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Starbucks unveils plan to add 17,000 locations by 2030

“Three out of every four new stores over the near term is expected to be opened outside of the U.S. as our store portfolio becomes increasingly global,” an executive said Thursday.
A woman walks by a Starbucks coffee shop in Manhattan, N.Y.
A woman walks by a Starbucks coffee shop in Manhattan, N.Y., in 2022.Spencer Platt / Getty Images file
/ Source: CNBC.com

Starbucks on Thursday presented the latest stage in its plan to drive growth for the company, which involves accelerating its global footprint and saving $3 billion in costs over the next three years.

The company said it plans to expand to 35,000 locations outside of North America by 2030. Starbucks currently has roughly 20,200 international cafes, as of Oct. 1. In total, the coffee giant aims to reach 55,000 locations globally by 2030, up from its current count of more than 38,000.

“Three out of every four new stores over the near term is expected to be opened outside of the U.S. as our store portfolio becomes increasingly global,” Michael Conway, president of Starbucks’ international and channel development divisions, said during a company presentation.

Starbucks also announced a $3 billion cost-saving plan. Executives said $1 billion of those savings will come from making its stores more efficient. The rest will come from savings on the cost of goods sold.

The final piece of what Starbucks called its “Triple Shot Reinvention Strategy,” announced Thursday, calls for wage increases for baristas, doubling their hourly income over fiscal 2020 earnings by the end of fiscal 2025. That jump will come from both increased hours and higher pay. Starbucks said it would share more details next week.

The announcement comes after more than 350 Starbucks locations have unionized under Workers United, according to National Labor Relations Board data. Starbucks and the union have not yet reached a collective bargaining agreement at any of those locations, and both the union and the NLRB have accused Starbucks of breaking federal labor law, including illegally withholding wage hikes at union stores. The company denies all allegations of union busting.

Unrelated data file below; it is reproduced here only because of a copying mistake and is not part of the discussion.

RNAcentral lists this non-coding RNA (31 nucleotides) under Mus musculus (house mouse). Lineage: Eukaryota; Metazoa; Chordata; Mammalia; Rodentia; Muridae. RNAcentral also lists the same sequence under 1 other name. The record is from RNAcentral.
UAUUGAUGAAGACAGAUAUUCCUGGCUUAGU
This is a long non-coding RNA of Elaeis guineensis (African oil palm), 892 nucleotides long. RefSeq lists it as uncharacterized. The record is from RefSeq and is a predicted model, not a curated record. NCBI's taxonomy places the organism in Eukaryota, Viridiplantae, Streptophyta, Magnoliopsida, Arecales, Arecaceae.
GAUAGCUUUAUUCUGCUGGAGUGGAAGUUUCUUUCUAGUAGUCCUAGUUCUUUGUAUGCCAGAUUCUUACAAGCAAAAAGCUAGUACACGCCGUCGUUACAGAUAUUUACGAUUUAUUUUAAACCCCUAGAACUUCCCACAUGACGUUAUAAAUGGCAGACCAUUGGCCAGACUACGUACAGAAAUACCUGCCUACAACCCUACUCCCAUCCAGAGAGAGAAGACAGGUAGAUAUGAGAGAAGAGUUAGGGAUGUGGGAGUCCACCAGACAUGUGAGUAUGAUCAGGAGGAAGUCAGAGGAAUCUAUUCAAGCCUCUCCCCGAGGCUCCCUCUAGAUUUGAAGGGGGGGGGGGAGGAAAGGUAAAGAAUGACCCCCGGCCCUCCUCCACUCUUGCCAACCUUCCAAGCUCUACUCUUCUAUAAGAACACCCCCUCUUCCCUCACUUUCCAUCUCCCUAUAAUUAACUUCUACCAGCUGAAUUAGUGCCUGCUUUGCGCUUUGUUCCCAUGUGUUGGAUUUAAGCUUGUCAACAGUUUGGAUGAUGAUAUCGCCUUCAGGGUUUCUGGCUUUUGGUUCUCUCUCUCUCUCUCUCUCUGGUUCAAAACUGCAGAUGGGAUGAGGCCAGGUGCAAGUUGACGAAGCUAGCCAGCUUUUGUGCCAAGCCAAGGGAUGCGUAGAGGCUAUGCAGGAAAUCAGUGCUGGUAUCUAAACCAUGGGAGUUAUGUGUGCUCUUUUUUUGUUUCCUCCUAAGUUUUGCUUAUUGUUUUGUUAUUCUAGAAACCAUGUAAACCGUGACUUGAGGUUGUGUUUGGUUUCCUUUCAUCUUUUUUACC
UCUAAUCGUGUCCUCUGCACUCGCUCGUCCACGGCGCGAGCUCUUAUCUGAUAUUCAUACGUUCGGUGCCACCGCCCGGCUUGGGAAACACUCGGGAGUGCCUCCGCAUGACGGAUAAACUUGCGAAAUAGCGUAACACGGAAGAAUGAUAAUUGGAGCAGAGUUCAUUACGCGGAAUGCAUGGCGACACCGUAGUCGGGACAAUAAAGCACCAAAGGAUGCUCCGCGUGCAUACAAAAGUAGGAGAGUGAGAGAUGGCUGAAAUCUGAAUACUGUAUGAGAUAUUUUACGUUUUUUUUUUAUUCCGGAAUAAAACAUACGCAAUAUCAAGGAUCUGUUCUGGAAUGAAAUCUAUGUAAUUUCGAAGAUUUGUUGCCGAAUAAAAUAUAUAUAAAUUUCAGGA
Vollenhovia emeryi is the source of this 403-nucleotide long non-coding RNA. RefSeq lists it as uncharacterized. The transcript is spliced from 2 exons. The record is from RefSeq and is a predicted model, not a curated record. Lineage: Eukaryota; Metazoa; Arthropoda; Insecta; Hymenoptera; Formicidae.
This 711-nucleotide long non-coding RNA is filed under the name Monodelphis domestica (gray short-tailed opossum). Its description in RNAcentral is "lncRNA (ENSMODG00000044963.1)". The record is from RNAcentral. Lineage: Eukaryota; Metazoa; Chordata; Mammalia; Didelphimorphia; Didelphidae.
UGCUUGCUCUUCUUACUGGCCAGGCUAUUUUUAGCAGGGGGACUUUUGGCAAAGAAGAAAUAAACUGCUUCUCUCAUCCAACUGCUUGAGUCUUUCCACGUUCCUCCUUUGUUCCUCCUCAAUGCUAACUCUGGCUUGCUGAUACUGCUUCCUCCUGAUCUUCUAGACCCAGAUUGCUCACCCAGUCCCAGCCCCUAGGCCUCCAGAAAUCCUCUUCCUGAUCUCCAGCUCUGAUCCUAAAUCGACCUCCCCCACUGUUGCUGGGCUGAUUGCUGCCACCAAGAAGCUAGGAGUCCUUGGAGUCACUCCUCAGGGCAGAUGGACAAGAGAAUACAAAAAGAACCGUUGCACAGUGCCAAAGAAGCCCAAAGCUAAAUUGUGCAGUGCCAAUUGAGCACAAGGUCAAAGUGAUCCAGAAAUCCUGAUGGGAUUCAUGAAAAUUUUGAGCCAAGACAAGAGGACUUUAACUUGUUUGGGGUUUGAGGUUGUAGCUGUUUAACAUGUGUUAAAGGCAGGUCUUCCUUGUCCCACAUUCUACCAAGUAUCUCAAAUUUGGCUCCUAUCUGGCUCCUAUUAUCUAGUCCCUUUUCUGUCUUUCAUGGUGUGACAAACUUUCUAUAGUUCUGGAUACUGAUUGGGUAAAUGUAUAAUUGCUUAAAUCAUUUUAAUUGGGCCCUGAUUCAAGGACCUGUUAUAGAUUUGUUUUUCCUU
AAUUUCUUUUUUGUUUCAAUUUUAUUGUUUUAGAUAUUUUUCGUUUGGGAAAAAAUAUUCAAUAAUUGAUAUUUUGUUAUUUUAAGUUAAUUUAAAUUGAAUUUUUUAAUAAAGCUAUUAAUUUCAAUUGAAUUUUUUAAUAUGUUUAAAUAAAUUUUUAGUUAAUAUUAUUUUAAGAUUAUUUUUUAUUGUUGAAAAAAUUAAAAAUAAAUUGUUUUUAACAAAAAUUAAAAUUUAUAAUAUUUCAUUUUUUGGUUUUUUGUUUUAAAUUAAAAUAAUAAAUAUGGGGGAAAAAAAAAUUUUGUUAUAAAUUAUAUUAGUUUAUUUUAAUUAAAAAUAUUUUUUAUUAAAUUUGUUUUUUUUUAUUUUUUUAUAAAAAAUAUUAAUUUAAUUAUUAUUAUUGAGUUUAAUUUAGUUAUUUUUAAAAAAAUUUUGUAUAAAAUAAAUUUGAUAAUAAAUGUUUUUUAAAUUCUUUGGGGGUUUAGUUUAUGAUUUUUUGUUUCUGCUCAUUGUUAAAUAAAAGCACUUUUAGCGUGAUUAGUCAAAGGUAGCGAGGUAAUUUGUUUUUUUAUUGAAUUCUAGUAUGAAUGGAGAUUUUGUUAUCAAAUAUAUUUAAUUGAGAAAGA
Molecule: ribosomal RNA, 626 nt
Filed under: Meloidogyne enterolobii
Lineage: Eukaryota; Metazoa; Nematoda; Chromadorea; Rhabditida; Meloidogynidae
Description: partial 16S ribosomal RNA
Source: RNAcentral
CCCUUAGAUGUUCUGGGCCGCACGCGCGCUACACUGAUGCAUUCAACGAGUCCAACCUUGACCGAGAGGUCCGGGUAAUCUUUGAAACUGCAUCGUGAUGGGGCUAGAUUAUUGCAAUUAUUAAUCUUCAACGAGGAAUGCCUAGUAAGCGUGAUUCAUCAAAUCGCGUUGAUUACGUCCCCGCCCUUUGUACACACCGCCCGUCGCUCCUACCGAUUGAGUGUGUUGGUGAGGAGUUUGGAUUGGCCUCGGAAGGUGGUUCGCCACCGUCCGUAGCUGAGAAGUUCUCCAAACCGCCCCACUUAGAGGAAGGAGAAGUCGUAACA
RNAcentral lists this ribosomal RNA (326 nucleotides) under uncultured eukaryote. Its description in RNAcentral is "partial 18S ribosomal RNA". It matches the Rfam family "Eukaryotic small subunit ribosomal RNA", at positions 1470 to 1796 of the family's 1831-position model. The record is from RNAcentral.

Momentum brewing

Earlier Thursday, the company reported its fiscal fourth-quarter results. Starbucks beat Wall Street’s estimates for both its quarterly earnings and revenue, sending shares up 9.5%. The stock move reversed shares’ losses earlier this year, giving the company a market cap of $115 billion, as of Thursday’s close.

During the company’s conference call, CEO Laxman Narasimhan said the company’s “reinvention” plan unveiled last September is moving ahead of schedule, driving both sales and efficiency for Starbucks. For example, the chain’s new single-cup drip coffee brewer is now installed in more than 600 locations.

More broadly, that plan takes aim at many of the issues plaguing Starbucks and baristas in recent years. Drink orders have grown more complicated and time-intensive as cold beverages become more popular and Starbucks pushes pricey add-ons such as cold foam. Customers have also shifted to ordering their drinks through the company’s mobile app and drive-thru lanes and expect their orders to arrive more quickly. Under that pressure, baristas have struggled to maintain speedy service and quality customer experience.

Former Starbucks CEO Howard Schultz unveiled the reinvention plan to simplify operations and improve both quality and speed of service more than a year ago. The strategy involves new coffee-making equipment and store formats plus more automation.

Schultz, then back at the company for a third stint in the top job, said Starbucks had made “self-induced mistakes” and lost its way. He stepped down from the role in March, handing the reins over to Narasimhan, a newcomer to the company who pledged to enact the plan.

At its investor day last September, Starbucks projected earnings per share growth of 15% to 20% annually over the next three years and annual same-store sales growth of 7% to 9%. The company’s same-store sales outlook of 5% to 7% for fiscal 2024 falls short of that range, but the rest of its forecast for the next fiscal year meets those targets.